January 31, 2017 - by Paul Boutin

Hackbright Alumnae: Teaching and Reaching Together

Emma FergusonEmma Ferguson is a software engineer at Eventbrite, which claims to be the world's largest self-ticketing platform. She graduated from Hackbright in March of 2016. Before Hackbright, she worked as a data analyst for four years. When not coding, Emma skis, bakes, walks shelter dogs, and loves to hang out around museums!

In 2016, Emma volunteered as a Hackbright mentor. This year, she serves as one of Hackbright's first ever alumnae Ambassadors.

I didn’t know I wanted to be a software engineer until I was well into another career. I had been working as a data analyst at a startup for nearly two years. That mostly meant working in Excel all day, every day. There were maybe 40 people, and I was the only analyst, so I was doing work for just about everyone else -- everything from business and financial reporting to customer use analysis for our products.

My data scientist coworkers sometimes pointed out that if I knew Python, I could automate my work. When I began my second year, I realized just how much duplicate work I was doing, and decided to take their advice. I went into this weeklong Python course, but found myself in over my head. I jumped back, and took Codecademy’s online Python course. It was a good course, but I already had 40 to 60 hours a week of work to do before even looking at it.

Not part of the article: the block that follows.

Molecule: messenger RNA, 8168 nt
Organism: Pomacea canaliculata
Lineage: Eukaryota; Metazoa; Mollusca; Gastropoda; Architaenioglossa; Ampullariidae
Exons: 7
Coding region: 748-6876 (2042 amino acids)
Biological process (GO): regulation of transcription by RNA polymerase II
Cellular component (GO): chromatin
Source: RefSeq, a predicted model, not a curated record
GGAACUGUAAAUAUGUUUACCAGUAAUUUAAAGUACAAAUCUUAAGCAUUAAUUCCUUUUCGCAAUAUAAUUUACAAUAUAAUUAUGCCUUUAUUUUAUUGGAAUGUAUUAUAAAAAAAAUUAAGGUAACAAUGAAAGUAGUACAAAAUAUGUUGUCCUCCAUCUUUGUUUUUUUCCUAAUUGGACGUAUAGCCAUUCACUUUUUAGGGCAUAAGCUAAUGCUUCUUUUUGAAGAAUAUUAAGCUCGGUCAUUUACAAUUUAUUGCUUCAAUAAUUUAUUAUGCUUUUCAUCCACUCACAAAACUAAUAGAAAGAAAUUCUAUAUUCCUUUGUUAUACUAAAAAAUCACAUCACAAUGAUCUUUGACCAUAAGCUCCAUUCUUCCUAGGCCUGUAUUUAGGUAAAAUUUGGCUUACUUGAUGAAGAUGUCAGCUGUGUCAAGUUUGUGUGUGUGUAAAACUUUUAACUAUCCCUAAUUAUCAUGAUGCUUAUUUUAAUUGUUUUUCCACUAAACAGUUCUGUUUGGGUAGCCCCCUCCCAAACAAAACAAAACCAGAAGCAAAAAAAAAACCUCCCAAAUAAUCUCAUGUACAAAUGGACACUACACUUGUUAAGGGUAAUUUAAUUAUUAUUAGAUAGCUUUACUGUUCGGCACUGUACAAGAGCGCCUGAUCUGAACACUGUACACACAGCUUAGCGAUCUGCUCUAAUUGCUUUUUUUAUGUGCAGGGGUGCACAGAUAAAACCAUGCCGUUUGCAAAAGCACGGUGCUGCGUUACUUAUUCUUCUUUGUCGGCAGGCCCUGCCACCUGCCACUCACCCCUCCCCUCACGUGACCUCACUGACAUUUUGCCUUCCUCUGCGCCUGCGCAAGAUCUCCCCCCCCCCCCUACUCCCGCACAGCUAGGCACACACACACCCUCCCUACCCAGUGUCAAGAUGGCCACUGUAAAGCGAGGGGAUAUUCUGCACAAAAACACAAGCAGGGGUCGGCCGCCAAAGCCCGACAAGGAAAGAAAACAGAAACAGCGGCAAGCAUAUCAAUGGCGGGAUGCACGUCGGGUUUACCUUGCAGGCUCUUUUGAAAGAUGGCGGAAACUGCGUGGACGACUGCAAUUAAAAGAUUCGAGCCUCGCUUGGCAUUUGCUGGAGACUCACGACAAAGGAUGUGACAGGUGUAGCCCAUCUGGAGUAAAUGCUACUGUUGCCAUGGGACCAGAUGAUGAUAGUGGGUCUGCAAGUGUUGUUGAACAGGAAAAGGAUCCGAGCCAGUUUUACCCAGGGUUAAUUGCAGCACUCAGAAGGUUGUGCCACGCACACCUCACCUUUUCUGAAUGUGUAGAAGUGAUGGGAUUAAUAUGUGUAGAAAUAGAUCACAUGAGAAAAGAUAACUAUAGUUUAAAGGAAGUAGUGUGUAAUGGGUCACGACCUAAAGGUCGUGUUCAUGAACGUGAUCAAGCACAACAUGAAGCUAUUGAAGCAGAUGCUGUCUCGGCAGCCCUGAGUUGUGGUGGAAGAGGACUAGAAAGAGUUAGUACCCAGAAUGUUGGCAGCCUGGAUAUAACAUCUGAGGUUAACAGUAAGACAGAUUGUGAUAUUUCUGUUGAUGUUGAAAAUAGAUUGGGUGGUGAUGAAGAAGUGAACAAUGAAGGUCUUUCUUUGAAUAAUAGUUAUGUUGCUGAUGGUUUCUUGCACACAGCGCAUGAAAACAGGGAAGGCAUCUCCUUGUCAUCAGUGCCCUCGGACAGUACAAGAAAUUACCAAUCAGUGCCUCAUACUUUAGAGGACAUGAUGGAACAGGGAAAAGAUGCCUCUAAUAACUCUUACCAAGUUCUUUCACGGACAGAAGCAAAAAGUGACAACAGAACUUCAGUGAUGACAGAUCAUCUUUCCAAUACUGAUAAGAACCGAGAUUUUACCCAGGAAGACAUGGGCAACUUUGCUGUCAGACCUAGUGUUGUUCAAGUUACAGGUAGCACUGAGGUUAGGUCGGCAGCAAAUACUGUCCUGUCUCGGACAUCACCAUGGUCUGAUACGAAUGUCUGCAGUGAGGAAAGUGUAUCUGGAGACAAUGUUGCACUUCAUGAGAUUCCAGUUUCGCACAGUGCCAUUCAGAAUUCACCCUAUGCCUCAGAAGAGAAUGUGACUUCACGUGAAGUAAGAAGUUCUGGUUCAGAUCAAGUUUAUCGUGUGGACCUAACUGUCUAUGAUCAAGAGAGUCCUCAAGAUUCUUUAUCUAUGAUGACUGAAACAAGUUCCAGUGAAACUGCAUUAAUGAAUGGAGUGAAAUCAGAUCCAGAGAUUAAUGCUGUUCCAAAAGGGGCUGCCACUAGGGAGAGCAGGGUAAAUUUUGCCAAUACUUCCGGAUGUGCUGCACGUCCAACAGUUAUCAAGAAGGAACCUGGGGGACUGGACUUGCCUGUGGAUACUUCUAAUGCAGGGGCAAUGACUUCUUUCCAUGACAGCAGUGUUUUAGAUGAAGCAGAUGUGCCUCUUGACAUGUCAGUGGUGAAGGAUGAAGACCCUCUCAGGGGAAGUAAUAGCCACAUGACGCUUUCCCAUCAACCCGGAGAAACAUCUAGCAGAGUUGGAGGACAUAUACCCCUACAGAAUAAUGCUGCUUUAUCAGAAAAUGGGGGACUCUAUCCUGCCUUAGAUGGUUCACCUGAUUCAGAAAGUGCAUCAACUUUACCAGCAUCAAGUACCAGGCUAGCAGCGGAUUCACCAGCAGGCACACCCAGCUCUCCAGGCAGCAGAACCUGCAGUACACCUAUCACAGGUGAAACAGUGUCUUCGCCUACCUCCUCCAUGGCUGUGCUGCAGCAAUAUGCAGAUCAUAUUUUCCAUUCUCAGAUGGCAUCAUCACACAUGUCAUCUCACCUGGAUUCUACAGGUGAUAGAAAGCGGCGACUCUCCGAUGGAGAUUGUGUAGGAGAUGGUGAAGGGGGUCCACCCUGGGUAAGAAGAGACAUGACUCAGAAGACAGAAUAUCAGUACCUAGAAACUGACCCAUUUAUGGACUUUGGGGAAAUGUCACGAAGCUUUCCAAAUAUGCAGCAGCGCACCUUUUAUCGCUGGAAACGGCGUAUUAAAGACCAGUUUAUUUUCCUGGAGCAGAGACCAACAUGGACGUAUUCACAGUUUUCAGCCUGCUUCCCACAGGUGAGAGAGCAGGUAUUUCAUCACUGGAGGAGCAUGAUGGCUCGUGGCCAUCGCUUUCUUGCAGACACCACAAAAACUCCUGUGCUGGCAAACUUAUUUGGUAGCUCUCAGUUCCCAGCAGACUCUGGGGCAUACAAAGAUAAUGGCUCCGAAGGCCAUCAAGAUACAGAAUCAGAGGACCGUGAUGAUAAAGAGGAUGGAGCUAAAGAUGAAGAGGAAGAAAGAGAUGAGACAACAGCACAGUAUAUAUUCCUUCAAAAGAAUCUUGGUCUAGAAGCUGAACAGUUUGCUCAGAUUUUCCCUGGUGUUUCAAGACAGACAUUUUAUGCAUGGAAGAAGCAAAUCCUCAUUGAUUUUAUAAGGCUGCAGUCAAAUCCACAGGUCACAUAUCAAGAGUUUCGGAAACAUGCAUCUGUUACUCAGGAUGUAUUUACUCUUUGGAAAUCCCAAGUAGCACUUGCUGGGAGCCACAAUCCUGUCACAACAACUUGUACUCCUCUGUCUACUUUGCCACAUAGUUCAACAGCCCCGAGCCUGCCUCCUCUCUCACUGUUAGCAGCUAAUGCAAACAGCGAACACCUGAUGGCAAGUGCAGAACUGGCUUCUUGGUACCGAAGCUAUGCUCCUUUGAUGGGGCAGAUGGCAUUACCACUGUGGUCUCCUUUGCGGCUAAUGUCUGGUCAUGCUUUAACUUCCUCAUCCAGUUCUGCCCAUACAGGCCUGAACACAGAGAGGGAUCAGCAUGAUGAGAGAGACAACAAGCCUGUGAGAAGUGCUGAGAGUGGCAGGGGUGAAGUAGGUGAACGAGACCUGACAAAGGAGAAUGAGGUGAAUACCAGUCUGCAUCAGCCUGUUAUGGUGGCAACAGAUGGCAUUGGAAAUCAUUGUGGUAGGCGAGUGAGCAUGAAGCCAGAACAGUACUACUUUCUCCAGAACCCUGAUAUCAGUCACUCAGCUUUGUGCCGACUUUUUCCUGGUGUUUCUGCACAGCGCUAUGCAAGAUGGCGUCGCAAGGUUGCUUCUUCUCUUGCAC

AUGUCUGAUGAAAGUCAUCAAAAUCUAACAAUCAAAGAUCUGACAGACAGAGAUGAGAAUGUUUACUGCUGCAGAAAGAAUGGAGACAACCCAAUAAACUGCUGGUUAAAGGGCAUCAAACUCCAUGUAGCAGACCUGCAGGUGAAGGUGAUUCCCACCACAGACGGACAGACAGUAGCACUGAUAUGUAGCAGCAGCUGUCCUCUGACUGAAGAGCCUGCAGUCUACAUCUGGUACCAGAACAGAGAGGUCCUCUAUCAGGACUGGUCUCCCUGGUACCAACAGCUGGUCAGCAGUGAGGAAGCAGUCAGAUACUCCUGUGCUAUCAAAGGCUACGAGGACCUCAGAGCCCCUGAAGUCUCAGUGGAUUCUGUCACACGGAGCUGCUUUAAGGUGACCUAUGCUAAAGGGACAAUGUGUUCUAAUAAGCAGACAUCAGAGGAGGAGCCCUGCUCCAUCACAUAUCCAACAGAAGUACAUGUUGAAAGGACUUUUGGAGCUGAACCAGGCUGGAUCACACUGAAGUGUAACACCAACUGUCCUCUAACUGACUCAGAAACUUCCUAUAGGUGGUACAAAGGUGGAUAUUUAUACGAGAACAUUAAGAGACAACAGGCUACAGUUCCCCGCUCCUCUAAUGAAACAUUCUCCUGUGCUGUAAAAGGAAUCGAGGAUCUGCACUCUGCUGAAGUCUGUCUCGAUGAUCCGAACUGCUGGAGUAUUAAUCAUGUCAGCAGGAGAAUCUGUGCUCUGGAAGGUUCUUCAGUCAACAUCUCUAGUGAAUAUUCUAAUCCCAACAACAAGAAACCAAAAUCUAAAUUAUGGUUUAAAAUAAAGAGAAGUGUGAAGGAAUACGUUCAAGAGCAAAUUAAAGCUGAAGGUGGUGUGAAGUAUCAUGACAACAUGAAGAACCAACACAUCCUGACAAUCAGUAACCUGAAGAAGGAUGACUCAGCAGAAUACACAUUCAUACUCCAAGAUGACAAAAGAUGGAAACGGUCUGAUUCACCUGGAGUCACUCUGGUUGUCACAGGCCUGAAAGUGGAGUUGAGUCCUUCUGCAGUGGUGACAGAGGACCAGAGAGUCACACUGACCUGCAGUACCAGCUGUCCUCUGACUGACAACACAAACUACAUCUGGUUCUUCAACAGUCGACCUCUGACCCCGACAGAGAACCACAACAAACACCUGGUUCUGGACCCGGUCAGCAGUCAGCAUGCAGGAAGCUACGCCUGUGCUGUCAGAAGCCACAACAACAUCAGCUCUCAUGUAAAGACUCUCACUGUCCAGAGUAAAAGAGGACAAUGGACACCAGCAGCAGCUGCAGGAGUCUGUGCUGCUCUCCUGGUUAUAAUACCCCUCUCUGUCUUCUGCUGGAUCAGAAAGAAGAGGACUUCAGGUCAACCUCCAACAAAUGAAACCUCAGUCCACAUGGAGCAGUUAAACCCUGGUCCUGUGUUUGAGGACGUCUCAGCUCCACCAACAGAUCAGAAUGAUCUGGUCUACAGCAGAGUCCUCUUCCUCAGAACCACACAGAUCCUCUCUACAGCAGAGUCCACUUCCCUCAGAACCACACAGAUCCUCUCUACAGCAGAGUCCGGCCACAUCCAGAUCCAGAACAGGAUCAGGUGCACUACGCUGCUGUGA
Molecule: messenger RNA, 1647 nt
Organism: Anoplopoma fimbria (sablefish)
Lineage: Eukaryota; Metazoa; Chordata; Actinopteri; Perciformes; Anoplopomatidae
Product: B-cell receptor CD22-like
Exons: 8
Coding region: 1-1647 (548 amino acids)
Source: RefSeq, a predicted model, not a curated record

So I looked at different options. It seemed the evening classes I found wouldn’t teach me much I couldn’t learn on my own. Yet as I taught myself more about Python, the data scientists I worked with told me I was over-engineering my projects, coding up more automation and features than I needed to. But’s it’s fun! I protested. They responded: Maybe you should just be an engineer.

We're in this together

Emma FergusonTo do that, I needed a more formal education -- not years of college, but months of full-time focused training. Hackbright taught Python, and had a good reputation for alumnae among my friends in tech. I did not pick Hackbright because it was all women. In fact, didn’t see the benefit of that until the pending students in my cohort began emailing one another to get to know each other before classes began. It was intimidating at first -- so many of my cohort were, like, “I have a masters in bioengineering, after completing my undergrad in theoretical math.” I was a theater major!